Company with about 200 workers seeks to hire more | News, Sports, Jobs

Employees work on the Shop-Vac assembly line in Williamsport on February 16, 2022. The company has reopened under new management and is looking to fill many positions. DAVE KENNEDY/Sun Gazette

The sound of machinery inside the Shop-Vac factory at 2323 Reach Road was encouraging. The same goes for the employees who assembled the wet and dry vacuums and packed them for shipment.

Shop-Vac experienced a production hiccup after the factory was abruptly shut down by the company’s former owner in September 2020.

Last January, however, Hangzhou Equipment Holdings LLC, a subsidiary of Hangzhou GreatStar Industrial Co. Ltd., and GreatStar Tools USA, acquired substantially all of the assets of Shop-Vac Corp., the brand leaders in systems wet/dry vacuuming for consumers. and commercial users.

As part of the acquisition, GreatStar took ownership of the company’s assets, including the Williamsport plant, and hired a number of employees who were separated after the company closed.

The churning of machines and factory workers making the product line last week pleased Charlie Lawrence, Chief Operating Officer of Shop-Vac USA LLC.

During a recent tour of the facility he donated to the Sun-Gazette, Lawrence said he wanted to hire another 25 workers, an increase of around 10% in staff, adding to around 200 employees paid at the factory.

Failure to do so may delay product shipments, he said.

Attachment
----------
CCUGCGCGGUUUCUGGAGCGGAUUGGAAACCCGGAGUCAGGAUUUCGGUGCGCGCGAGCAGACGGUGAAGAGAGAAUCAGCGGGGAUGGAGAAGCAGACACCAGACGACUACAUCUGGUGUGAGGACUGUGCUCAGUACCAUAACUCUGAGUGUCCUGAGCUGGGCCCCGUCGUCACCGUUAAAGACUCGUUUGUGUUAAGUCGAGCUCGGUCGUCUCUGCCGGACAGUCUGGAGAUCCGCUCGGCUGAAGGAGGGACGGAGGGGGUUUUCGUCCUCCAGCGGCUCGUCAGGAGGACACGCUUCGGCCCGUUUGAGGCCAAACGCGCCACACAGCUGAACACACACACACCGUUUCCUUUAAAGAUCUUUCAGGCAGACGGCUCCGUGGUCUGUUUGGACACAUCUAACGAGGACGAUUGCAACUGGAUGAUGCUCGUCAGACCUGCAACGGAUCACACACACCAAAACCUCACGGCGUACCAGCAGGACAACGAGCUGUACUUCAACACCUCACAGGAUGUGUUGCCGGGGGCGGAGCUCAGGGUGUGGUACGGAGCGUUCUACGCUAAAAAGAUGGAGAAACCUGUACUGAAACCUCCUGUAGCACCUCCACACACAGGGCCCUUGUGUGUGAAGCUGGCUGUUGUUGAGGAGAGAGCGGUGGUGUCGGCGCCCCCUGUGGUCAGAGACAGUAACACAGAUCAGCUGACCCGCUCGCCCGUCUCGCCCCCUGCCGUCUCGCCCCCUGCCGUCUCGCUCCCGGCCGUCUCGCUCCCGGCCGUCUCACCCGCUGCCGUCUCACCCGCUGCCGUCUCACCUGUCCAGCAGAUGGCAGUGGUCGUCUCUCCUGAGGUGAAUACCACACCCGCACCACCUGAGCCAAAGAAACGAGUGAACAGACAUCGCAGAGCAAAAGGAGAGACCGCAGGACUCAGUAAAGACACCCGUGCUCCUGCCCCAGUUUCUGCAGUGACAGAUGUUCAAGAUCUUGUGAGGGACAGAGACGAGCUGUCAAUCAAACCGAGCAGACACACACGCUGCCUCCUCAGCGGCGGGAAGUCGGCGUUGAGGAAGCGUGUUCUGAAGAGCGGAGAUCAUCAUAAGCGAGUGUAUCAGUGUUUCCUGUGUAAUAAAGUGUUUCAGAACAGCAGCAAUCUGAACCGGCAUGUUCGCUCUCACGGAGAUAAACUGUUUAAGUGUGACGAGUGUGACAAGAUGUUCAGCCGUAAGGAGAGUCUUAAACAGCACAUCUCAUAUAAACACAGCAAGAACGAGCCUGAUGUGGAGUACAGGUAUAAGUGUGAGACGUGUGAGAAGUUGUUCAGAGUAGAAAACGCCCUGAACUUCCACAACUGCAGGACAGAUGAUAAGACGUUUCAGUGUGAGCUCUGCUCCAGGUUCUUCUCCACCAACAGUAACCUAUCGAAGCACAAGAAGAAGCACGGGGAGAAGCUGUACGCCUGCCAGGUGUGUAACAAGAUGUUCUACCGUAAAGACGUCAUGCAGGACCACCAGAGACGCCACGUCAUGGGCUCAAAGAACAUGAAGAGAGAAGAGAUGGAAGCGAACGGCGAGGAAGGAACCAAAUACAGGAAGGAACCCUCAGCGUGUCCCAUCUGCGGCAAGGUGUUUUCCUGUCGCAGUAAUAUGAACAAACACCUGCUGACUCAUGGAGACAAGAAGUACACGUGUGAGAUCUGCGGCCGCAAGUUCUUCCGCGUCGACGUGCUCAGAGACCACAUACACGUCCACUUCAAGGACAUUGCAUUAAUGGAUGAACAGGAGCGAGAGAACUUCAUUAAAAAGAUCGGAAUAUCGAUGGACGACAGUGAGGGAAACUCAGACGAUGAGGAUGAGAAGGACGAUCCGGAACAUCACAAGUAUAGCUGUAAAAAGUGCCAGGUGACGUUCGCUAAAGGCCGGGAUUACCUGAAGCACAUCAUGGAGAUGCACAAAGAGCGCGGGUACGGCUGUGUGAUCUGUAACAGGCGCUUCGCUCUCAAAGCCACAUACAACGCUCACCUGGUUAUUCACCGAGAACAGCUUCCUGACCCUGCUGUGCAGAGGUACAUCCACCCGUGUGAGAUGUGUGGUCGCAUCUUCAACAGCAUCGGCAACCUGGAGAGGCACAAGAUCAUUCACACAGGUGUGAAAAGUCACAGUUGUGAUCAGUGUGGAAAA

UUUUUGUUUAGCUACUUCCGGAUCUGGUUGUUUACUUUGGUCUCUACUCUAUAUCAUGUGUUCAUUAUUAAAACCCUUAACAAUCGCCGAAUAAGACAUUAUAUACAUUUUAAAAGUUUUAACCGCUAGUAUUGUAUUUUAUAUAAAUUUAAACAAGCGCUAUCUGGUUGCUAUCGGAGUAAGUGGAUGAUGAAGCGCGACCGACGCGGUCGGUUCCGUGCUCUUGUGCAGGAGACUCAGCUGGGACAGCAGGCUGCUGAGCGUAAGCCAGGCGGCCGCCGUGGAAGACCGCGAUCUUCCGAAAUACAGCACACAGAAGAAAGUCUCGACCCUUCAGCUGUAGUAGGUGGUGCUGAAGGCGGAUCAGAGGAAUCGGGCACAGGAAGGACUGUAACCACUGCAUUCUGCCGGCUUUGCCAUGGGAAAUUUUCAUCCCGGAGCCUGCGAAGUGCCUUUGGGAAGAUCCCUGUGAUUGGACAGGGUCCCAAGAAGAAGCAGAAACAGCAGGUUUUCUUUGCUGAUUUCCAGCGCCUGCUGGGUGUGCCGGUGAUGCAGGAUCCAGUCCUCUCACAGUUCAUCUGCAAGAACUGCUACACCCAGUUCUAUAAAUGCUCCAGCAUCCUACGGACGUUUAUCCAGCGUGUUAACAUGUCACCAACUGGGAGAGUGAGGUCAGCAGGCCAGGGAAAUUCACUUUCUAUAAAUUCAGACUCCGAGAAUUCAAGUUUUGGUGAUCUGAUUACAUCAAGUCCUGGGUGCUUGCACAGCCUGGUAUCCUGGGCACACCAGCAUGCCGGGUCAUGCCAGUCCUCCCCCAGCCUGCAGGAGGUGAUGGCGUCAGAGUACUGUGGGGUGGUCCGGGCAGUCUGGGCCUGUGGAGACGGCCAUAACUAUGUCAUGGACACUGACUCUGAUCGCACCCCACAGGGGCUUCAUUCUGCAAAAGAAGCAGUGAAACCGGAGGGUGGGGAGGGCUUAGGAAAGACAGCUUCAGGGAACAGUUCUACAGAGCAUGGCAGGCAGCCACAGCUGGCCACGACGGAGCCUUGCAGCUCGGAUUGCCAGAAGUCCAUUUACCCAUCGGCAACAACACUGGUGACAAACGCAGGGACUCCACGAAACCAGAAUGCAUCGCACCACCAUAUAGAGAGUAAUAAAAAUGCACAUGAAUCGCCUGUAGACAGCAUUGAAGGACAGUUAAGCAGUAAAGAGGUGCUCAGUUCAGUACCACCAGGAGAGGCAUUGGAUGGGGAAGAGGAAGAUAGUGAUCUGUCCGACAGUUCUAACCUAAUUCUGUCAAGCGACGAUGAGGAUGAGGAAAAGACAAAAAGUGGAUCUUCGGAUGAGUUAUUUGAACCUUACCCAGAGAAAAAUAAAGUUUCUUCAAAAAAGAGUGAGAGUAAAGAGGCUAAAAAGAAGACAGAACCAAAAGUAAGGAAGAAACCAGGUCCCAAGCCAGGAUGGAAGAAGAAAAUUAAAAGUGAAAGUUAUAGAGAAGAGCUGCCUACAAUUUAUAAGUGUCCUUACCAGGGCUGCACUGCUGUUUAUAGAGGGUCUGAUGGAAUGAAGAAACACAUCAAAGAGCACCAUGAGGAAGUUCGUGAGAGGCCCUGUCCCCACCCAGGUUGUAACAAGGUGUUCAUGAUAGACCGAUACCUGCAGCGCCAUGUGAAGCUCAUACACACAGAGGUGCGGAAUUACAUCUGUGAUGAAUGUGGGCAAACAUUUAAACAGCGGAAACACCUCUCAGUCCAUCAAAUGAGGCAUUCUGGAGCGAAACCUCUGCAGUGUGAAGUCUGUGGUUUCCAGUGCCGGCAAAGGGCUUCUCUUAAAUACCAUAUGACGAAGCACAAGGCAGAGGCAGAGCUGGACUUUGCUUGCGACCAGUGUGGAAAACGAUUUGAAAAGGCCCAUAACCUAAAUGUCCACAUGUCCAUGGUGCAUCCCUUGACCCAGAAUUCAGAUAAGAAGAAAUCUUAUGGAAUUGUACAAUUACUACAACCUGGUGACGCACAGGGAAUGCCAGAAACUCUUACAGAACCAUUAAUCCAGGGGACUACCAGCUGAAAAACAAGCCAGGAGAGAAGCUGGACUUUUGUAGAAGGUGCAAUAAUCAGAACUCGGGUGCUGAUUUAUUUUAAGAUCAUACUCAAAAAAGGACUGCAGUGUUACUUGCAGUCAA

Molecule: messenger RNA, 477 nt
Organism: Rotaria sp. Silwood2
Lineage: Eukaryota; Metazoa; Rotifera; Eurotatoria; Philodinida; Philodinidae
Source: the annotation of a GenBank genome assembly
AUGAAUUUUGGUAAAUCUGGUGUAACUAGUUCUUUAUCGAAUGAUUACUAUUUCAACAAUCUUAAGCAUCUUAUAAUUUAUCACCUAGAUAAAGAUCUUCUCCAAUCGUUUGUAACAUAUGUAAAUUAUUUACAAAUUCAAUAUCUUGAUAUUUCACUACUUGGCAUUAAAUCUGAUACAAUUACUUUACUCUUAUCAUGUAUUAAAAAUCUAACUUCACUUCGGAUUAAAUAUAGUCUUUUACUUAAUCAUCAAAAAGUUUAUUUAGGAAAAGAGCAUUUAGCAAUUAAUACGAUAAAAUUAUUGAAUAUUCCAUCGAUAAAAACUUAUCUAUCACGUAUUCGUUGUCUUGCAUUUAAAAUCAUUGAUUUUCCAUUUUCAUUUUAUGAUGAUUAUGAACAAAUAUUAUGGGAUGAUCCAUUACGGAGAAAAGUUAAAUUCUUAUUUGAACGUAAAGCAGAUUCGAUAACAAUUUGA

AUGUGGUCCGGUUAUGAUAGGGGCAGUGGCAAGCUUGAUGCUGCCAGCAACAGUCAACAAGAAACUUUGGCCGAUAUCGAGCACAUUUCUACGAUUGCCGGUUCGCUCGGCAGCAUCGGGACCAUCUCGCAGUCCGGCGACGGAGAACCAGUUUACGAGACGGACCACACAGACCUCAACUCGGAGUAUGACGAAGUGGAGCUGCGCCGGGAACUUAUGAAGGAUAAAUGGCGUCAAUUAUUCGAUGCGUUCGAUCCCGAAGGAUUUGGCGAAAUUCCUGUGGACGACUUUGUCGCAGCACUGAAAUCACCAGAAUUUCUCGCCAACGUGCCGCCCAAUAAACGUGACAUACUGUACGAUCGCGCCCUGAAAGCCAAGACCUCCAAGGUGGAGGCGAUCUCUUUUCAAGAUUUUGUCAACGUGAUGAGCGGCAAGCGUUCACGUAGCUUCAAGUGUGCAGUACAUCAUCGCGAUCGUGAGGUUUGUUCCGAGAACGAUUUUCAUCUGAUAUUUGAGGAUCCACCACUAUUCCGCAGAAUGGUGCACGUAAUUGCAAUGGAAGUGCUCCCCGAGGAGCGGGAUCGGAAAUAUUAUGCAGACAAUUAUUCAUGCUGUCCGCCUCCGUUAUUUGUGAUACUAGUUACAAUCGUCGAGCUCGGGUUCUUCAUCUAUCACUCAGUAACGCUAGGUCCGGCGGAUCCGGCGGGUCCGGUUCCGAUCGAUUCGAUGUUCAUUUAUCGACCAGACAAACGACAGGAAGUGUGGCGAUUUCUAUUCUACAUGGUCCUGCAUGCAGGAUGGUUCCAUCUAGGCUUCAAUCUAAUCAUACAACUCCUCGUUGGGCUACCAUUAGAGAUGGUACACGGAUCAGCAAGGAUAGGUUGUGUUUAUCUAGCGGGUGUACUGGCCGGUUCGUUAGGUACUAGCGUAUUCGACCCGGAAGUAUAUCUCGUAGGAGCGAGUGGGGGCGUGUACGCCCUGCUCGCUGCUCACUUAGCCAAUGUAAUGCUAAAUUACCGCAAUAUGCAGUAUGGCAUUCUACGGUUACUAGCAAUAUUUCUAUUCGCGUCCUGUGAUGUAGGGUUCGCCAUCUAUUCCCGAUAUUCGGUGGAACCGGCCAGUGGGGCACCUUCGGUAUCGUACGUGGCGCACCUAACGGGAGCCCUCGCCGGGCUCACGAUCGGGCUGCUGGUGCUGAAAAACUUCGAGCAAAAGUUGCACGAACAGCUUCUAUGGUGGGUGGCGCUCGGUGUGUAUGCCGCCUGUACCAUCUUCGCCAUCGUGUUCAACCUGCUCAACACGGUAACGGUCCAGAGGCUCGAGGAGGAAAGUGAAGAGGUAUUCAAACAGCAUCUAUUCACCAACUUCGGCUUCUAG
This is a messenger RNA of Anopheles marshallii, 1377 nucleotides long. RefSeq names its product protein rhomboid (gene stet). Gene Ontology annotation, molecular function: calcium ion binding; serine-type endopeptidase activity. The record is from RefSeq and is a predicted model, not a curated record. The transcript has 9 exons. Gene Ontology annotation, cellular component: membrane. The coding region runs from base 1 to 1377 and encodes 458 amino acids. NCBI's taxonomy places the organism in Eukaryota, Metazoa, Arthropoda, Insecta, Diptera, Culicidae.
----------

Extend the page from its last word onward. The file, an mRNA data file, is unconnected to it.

Hopefully that doesn’t happen, and Lawrence and his team have done what they can to make sure of that, expanding the reach with resources that can help him recruit employees.

Resources include the Sun-Gazette, use of social media sites such as Facebook and Twitter, business networking and membership in the Williamsport/Lycoming Chamber of Commerce, and contacting schools such as the Pennsylvania College of Technology.

Recent mergers with other companies keep paychecks printing.

For example, within a large section of the factory, 40,000 square feet are dedicated to the manufacturing of SK Tools.

Passing the injection molding machines, a clank of metal hitting metal could be heard.

Lawrence smiled at the noise.

It involved the production of stainless steel casings deposited on a conveyor belt in a storage bin.

Behind the machine, an employee watched the process of cutting and forming the metal into the sockets used by thousands, if not millions, of carpenters, plumbers and everyday do-it-yourselfers.

SK, which stands for Sherman-Klove Co., a company that made World War I ammunition and screw machine products, is located in the giant workshop and produced tool parts for suppliers across the country. .

“This town needs it” Lawrence talked about the production lines running.

He is excited to tell more people about the Shop-Vac story and wants employees with the right attitude who want to join a winning team.

Shop-Vac was founded in 1953 as a subsidiary of Craft Tool Co. by Martin Miller, a mechanical engineer who patented the product.

The vacuum cleaner quickly replaced the broom and dustpan.